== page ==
Value-care, the measure of reimbursement for medical services, now recognizes that disease prevention and effective patient health education are both critical in reducing the epidemic  of chronic disease in our culture.

IJMB_Vol_9_1_Clipper (1).pdf

2 Followers; 5 Articles; 1,977 Visitors; 26 Posts

Share this post


Link to post
Share on other sites

DallasRN specializes in ICU/ER/Med-Surg/Case Management/Manageme.

2,989 Visitors; 113 Posts

Simply amazing, Dr. Donadio!  I think you were listening in on a very recent conversation I had with friends.  😀

I was recently referred (sent) to a specialist for some testing.  Wow.  I described him as rude, condescending, uncaring.  After a 10 minute "visit" - and one I'm sure my insurance carrier paid dearly for - I left.  When someone from his office called to schedule the extensive and expensive testing and began to tell me what his "protocol" was, I informed her of MY protocol, i.e., not to place my well-being in the hands of a provider who doesn't have time to address my concerns.

Listening, why, care, control?  Totally lacking and the reason I refused to participate in tx with this specialist.  Found another provider - closer to home - who embodies all those characteristics.  

Might I add one more thing?  A smile.

 

Share this post


Link to post
Share on other sites

2 Followers; 5 Articles; 1,977 Visitors; 26 Posts

Hello DallasRN,

BRAVO to you and many thanks for sharing your personal story. So uplifting to hear that you asserted your right and prerogative NOT to accept such behavior from a "healthcare provider" when he displayed none of the essentials to caring for another human being!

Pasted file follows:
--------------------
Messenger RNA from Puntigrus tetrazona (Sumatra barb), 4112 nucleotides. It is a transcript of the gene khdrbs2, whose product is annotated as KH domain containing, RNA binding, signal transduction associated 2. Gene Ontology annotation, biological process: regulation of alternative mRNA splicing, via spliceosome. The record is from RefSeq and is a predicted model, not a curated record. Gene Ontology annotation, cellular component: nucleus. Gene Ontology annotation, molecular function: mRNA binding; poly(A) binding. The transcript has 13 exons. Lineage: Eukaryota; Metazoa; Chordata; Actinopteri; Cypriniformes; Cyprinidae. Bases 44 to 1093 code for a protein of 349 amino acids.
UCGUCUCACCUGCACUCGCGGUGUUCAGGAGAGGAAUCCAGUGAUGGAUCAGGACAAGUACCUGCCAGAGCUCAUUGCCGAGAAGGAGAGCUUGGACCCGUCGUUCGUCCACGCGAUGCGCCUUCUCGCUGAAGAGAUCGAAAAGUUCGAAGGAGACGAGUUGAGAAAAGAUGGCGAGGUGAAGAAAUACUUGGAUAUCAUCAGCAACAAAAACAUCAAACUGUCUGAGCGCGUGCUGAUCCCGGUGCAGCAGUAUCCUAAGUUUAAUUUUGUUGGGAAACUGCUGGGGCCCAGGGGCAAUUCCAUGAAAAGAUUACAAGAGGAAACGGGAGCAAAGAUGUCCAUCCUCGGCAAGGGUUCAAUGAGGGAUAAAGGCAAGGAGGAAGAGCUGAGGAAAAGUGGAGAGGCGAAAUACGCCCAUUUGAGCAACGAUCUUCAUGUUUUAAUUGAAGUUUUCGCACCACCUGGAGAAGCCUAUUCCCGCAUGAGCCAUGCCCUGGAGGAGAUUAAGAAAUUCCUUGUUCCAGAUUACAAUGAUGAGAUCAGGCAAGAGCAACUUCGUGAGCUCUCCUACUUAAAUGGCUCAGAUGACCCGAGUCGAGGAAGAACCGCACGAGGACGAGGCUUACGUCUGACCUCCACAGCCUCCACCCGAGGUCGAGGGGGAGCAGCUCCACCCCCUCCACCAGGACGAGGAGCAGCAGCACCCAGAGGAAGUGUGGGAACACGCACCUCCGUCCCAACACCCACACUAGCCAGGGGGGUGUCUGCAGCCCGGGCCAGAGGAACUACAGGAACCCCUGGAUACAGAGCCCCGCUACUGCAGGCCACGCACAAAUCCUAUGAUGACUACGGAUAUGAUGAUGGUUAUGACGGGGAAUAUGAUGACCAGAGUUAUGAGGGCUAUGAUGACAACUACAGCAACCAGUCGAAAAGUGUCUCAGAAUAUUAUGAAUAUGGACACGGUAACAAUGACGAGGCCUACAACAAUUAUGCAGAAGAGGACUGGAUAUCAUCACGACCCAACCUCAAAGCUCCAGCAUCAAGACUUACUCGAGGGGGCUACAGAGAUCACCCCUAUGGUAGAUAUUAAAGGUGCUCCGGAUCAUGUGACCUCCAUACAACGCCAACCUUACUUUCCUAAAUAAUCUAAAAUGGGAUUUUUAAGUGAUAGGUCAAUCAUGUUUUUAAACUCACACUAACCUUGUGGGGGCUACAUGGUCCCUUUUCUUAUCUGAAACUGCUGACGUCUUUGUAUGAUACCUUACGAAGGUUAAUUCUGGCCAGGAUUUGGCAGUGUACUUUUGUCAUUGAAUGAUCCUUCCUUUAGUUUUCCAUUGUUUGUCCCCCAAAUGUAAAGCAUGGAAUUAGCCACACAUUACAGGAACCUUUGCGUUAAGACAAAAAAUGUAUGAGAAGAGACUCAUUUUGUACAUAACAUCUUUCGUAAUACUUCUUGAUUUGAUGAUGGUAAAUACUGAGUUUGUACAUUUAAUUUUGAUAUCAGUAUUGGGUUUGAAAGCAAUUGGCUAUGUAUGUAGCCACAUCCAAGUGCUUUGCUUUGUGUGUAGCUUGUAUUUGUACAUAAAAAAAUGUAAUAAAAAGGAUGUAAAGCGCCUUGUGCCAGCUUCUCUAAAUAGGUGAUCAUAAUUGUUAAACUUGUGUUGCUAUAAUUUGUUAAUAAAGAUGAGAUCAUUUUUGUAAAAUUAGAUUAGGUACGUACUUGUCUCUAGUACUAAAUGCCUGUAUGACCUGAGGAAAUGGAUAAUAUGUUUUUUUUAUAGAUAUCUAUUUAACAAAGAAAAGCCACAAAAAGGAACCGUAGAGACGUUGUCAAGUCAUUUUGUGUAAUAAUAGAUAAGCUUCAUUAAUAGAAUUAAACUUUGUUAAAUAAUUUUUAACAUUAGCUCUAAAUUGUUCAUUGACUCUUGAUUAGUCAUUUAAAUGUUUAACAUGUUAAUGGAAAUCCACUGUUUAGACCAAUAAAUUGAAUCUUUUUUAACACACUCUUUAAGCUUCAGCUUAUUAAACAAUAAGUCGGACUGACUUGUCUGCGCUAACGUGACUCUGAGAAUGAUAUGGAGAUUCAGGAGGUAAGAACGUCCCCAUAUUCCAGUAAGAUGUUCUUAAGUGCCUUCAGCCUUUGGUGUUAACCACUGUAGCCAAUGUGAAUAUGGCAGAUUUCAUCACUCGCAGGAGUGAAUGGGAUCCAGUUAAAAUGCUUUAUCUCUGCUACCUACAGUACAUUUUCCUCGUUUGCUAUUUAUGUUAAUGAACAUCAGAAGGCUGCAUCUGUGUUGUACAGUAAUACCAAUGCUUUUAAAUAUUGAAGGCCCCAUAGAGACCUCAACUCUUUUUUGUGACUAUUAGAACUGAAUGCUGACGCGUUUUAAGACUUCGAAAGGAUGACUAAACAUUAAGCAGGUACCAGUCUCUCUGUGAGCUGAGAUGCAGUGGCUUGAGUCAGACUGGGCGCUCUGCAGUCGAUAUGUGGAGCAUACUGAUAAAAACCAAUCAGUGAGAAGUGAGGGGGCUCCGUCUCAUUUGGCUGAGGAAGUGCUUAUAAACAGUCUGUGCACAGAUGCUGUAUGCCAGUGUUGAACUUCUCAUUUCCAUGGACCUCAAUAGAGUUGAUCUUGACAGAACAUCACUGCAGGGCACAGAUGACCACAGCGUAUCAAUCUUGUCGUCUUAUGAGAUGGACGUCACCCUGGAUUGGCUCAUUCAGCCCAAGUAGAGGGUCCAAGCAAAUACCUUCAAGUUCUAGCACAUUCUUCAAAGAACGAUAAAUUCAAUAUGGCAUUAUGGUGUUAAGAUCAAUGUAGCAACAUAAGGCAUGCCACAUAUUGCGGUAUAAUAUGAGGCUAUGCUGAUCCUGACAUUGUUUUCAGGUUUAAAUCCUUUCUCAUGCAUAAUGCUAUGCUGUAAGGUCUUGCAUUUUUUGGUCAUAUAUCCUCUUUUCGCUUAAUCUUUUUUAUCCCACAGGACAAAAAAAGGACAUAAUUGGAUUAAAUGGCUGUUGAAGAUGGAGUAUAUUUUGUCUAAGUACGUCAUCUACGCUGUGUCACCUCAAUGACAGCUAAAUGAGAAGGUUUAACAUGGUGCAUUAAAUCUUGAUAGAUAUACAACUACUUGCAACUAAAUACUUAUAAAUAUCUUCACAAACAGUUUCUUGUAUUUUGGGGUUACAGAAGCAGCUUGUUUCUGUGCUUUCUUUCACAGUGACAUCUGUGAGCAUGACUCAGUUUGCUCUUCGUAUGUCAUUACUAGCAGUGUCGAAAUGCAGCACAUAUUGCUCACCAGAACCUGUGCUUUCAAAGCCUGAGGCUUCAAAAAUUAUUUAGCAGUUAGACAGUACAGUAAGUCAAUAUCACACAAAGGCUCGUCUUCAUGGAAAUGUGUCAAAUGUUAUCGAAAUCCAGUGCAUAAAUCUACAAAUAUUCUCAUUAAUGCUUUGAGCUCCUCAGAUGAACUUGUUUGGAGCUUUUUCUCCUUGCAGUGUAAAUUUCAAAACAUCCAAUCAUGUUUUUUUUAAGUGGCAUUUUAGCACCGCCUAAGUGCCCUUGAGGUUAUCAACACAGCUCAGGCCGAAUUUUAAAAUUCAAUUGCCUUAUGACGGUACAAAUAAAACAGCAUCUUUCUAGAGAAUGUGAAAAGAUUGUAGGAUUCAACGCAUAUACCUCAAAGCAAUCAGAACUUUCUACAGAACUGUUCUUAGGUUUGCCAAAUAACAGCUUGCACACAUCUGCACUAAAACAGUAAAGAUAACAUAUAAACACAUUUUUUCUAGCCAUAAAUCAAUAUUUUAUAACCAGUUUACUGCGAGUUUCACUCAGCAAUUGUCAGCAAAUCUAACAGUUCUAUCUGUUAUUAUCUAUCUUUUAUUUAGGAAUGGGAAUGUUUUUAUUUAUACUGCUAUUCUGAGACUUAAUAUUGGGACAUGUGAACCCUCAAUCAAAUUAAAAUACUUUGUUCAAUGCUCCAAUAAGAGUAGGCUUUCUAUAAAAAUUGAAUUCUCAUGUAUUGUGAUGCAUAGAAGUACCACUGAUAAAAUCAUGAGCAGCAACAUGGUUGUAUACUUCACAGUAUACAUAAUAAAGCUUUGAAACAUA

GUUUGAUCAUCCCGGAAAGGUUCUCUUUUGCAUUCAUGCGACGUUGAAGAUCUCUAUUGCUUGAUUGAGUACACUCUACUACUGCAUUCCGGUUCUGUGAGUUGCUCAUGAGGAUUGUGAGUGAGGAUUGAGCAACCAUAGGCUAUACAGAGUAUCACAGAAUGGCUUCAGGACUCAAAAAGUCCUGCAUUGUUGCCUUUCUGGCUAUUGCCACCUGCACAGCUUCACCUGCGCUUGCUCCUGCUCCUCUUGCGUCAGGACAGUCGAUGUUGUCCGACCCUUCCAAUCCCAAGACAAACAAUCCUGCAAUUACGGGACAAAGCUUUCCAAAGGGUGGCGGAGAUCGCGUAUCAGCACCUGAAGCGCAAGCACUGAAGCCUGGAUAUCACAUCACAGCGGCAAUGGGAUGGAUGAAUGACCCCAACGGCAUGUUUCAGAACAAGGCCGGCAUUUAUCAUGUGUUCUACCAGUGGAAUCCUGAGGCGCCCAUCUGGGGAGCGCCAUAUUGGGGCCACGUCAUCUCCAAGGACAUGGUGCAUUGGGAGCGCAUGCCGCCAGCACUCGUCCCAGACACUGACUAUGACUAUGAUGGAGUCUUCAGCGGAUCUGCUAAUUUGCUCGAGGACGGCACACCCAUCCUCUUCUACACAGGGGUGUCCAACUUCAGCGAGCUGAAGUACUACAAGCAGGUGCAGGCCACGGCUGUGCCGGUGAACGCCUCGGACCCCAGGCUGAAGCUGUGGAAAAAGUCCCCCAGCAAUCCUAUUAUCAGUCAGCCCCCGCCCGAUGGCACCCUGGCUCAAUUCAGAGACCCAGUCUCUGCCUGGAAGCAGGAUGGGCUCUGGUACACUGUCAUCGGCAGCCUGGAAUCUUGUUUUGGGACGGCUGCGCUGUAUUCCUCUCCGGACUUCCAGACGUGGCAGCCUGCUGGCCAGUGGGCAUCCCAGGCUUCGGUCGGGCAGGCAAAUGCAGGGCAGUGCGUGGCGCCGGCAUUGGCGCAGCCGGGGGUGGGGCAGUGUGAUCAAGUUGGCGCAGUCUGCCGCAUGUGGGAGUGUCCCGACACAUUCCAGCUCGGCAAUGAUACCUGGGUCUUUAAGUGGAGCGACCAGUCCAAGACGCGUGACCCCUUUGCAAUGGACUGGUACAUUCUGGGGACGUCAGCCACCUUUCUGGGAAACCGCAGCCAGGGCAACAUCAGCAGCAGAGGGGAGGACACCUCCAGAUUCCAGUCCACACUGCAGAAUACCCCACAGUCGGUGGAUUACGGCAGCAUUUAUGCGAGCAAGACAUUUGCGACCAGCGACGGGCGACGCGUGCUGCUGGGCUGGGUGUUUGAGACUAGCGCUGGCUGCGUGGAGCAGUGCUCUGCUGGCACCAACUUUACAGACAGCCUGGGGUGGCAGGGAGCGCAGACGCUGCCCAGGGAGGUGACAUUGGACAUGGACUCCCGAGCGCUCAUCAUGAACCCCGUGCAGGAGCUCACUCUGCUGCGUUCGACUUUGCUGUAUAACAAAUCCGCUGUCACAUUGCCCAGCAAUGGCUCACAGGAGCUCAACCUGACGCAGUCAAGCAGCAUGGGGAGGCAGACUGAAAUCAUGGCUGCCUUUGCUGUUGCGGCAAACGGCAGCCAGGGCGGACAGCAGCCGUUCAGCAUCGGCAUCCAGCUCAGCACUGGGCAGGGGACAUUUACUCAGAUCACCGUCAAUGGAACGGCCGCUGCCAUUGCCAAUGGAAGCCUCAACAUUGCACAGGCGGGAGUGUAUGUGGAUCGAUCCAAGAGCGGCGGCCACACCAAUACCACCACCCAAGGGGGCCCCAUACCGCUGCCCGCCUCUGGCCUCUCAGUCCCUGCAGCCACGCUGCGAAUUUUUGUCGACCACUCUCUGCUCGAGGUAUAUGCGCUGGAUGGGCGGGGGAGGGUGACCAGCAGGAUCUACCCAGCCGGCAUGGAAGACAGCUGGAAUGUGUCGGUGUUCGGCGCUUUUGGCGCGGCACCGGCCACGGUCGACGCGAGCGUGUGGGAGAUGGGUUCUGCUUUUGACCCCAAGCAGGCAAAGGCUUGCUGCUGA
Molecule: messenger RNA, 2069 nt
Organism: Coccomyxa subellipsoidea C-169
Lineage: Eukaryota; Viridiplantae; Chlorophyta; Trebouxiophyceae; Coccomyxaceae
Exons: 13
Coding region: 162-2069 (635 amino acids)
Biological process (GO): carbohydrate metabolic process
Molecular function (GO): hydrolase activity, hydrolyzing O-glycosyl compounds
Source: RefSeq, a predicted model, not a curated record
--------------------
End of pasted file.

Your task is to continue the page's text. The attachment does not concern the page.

For over 40 years I have been working to help create and promote patient advocacy and whole health information to empower all of us to be better able to control our health outcomes - so it is very rewarding to hear your story as well as the many voices who are now being heard throughout the healthcare system asserting our right to the respect, compassion and dignity that we all deserve as human beings, let alone recipients of health "care".

Please keep sharing your story as it will inspire others to take back their rights and express their own powerful voice, leading to better, safer health care!

With admiration and many thanks for sharing,

Georgianna

Share this post


Link to post
Share on other sites

2 Followers; 5 Articles; 1,977 Visitors; 26 Posts

And, YES Dallas SMILING is the communication MOST welcome from anyone, most especially in our healthcare providers!
Warm regards,

Georgianna

Share this post


Link to post
Share on other sites

Kaisu has 2 years experience.

1,659 Visitors; 124 Posts

yep yep yep and yep!  All our education and experience, collaboration and safeguard support these 4.  If we get that right, we are doing right.  Love seeing it articulated.

Share this post


Link to post
Share on other sites

2 Followers; 5 Articles; 1,977 Visitors; 26 Posts

Hello Kaisu,
Thank you for confirming these four questions! Don't we all want to be treated in this way? The fun thing is to take these four questions and adapt them to any relationship or dialog we are having with another person. Many times when our friends or family are seeking our support these are the same four questions, with a different tweak to them that they are asking.

For example - if a friend calls and is asking about a situation with their partner the questions might be:

> Are you listening?
> Can you suggest why he/she/they may have reacted as they did?
> Do you want to know what I intuitively think the issue is and do you think I might be onto something with that insight?
> Can you give me some insight into how I might approach the situation until we can sort it all out together?

We all really want to be affirmed in our process of self-discernment.
instead of being told what to do. This seems to be a great solution for many situations!

Thanks so much for sharing your experience,
Georgianna

Share this post


Link to post
Share on other sites
  • Recently Browsing 0 members

    No registered users viewing this page.

×